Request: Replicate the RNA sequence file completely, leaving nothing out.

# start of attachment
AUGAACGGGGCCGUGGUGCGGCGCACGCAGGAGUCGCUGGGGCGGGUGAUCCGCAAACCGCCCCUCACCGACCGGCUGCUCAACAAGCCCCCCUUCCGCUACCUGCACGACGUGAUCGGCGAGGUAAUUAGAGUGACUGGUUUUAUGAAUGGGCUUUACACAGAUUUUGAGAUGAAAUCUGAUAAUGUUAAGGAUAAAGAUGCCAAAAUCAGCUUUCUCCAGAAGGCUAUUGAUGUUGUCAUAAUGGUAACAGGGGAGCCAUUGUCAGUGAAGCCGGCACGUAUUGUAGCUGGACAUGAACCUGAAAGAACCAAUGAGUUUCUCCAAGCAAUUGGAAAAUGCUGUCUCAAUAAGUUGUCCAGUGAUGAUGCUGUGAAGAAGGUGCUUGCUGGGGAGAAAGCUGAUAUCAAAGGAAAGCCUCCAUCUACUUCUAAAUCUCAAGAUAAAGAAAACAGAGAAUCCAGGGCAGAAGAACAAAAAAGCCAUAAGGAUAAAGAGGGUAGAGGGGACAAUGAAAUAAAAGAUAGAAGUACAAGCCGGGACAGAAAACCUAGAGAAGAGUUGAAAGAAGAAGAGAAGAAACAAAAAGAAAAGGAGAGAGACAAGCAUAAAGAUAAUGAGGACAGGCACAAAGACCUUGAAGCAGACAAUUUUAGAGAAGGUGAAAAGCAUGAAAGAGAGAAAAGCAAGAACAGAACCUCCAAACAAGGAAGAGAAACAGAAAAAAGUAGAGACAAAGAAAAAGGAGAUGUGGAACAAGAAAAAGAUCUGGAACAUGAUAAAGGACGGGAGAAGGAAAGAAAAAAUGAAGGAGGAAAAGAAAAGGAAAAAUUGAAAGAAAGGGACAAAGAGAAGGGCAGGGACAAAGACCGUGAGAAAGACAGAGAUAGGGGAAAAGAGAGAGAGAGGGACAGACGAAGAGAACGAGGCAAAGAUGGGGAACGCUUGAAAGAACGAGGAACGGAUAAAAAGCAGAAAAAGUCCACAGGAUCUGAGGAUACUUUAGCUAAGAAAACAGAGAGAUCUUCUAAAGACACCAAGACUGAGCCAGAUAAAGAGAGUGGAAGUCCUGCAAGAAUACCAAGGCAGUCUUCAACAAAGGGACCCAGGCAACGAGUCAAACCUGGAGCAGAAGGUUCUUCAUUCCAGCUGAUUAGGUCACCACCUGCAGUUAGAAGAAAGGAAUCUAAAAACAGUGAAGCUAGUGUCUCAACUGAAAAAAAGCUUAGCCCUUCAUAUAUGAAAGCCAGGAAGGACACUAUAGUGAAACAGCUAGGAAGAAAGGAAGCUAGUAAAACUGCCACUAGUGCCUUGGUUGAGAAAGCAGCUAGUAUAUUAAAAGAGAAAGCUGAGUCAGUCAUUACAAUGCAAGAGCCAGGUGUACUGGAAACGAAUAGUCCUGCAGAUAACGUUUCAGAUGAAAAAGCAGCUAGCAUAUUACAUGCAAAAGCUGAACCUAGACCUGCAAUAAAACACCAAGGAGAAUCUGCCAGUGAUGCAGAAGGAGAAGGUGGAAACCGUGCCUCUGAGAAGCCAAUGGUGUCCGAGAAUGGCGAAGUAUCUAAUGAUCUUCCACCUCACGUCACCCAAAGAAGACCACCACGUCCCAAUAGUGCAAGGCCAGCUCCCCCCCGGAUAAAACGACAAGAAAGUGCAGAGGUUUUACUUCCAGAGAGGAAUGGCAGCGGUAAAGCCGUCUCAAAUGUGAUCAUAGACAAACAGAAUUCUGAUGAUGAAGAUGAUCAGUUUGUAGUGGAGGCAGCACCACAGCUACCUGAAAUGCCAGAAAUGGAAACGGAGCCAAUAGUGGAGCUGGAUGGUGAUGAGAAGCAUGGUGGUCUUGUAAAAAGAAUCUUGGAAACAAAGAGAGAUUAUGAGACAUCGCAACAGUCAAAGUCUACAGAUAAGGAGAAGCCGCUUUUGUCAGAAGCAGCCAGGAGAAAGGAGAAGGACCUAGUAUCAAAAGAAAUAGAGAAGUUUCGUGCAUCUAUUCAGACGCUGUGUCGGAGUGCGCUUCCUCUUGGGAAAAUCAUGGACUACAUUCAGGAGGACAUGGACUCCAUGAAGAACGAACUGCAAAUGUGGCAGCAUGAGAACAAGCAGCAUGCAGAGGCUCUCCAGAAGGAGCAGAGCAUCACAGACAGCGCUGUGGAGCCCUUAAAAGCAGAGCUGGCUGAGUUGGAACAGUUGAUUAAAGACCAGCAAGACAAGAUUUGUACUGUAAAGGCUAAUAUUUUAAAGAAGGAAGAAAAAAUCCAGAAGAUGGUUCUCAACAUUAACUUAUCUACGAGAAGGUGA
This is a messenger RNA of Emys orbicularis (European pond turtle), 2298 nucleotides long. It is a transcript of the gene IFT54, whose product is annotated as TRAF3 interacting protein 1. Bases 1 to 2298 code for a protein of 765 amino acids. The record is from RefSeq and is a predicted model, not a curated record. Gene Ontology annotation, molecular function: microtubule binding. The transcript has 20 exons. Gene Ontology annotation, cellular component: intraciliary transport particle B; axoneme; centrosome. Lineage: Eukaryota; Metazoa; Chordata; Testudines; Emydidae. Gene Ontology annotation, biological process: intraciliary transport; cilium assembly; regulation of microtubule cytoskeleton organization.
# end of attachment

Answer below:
AUGAACGGGGCCGUGGUGCGGCGCACGCAGGAGUCGCUGGGGCGGGUGAUCCGCAAACCGCCCCUCACCGACCGGCUGCUCAACAAGCCCCCCUUCCGCUACCUGCACGACGUGAUCGGCGAGGUAAUUAGAGUGACUGGUUUUAUGAAUGGGCUUUACACAGAUUUUGAGAUGAAAUCUGAUAAUGUUAAGGAUAAAGAUGCCAAAAUCAGCUUUCUCCAGAAGGCUAUUGAUGUUGUCAUAAUGGUAACAGGGGAGCCAUUGUCAGUGAAGCCGGCACGUAUUGUAGCUGGACAUGAACCUGAAAGAACCAAUGAGUUUCUCCAAGCAAUUGGAAAAUGCUGUCUCAAUAAGUUGUCCAGUGAUGAUGCUGUGAAGAAGGUGCUUGCUGGGGAGAAAGCUGAUAUCAAAGGAAAGCCUCCAUCUACUUCUAAAUCUCAAGAUAAAGAAAACAGAGAAUCCAGGGCAGAAGAACAAAAAAGCCAUAAGGAUAAAGAGGGUAGAGGGGACAAUGAAAUAAAAGAUAGAAGUACAAGCCGGGACAGAAAACCUAGAGAAGAGUUGAAAGAAGAAGAGAAGAAACAAAAAGAAAAGGAGAGAGACAAGCAUAAAGAUAAUGAGGACAGGCACAAAGACCUUGAAGCAGACAAUUUUAGAGAAGGUGAAAAGCAUGAAAGAGAGAAAAGCAAGAACAGAACCUCCAAACAAGGAAGAGAAACAGAAAAAAGUAGAGACAAAGAAAAAGGAGAUGUGGAACAAGAAAAAGAUCUGGAACAUGAUAAAGGACGGGAGAAGGAAAGAAAAAAUGAAGGAGGAAAAGAAAAGGAAAAAUUGAAAGAAAGGGACAAAGAGAAGGGCAGGGACAAAGACCGUGAGAAAGACAGAGAUAGGGGAAAAGAGAGAGAGAGGGACAGACGAAGAGAACGAGGCAAAGAUGGGGAACGCUUGAAAGAACGAGGAACGGAUAAAAAGCAGAAAAAGUCCACAGGAUCUGAGGAUACUUUAGCUAAGAAAACAGAGAGAUCUUCUAAAGACACCAAGACUGAGCCAGAUAAAGAGAGUGGAAGUCCUGCAAGAAUACCAAGGCAGUCUUCAACAAAGGGACCCAGGCAACGAGUCAAACCUGGAGCAGAAGGUUCUUCAUUCCAGCUGAUUAGGUCACCACCUGCAGUUAGAAGAAAGGAAUCUAAAAACAGUGAAGCUAGUGUCUCAACUGAAAAAAAGCUUAGCCCUUCAUAUAUGAAAGCCAGGAAGGACACUAUAGUGAAACAGCUAGGAAGAAAGGAAGCUAGUAAAACUGCCACUAGUGCCUUGGUUGAGAAAGCAGCUAGUAUAUUAAAAGAGAAAGCUGAGUCAGUCAUUACAAUGCAAGAGCCAGGUGUACUGGAAACGAAUAGUCCUGCAGAUAACGUUUCAGAUGAAAAAGCAGCUAGCAUAUUACAUGCAAAAGCUGAACCUAGACCUGCAAUAAAACACCAAGGAGAAUCUGCCAGUGAUGCAGAAGGAGAAGGUGGAAACCGUGCCUCUGAGAAGCCAAUGGUGUCCGAGAAUGGCGAAGUAUCUAAUGAUCUUCCACCUCACGUCACCCAAAGAAGACCACCACGUCCCAAUAGUGCAAGGCCAGCUCCCCCCCGGAUAAAACGACAAGAAAGUGCAGAGGUUUUACUUCCAGAGAGGAAUGGCAGCGGUAAAGCCGUCUCAAAUGUGAUCAUAGACAAACAGAAUUCUGAUGAUGAAGAUGAUCAGUUUGUAGUGGAGGCAGCACCACAGCUACCUGAAAUGCCAGAAAUGGAAACGGAGCCAAUAGUGGAGCUGGAUGGUGAUGAGAAGCAUGGUGGUCUUGUAAAAAGAAUCUUGGAAACAAAGAGAGAUUAUGAGACAUCGCAACAGUCAAAGUCUACAGAUAAGGAGAAGCCGCUUUUGUCAGAAGCAGCCAGGAGAAAGGAGAAGGACCUAGUAUCAAAAGAAAUAGAGAAGUUUCGUGCAUCUAUUCAGACGCUGUGUCGGAGUGCGCUUCCUCUUGGGAAAAUCAUGGACUACAUUCAGGAGGACAUGGACUCCAUGAAGAACGAACUGCAAAUGUGGCAGCAUGAGAACAAGCAGCAUGCAGAGGCUCUCCAGAAGGAGCAGAGCAUCACAGACAGCGCUGUGGAGCCCUUAAAAGCAGAGCUGGCUGAGUUGGAACAGUUGAUUAAAGACCAGCAAGACAAGAUUUGUACUGUAAAGGCUAAUAUUUUAAAGAAGGAAGAAAAAAUCCAGAAGAUGGUUCUCAACAUUAACUUAUCUACGAGAAGGUGA
This is a messenger RNA of Emys orbicularis (European pond turtle), 2298 nucleotides long. It is a transcript of the gene IFT54, whose product is annotated as TRAF3 interacting protein 1. Bases 1 to 2298 code for a protein of 765 amino acids. The record is from RefSeq and is a predicted model, not a curated record. Gene Ontology annotation, molecular function: microtubule binding. The transcript has 20 exons. Gene Ontology annotation, cellular component: intraciliary transport particle B; axoneme; centrosome. Lineage: Eukaryota; Metazoa; Chordata; Testudines; Emydidae. Gene Ontology annotation, biological process: intraciliary transport; cilium assembly; regulation of microtubule cytoskeleton organization.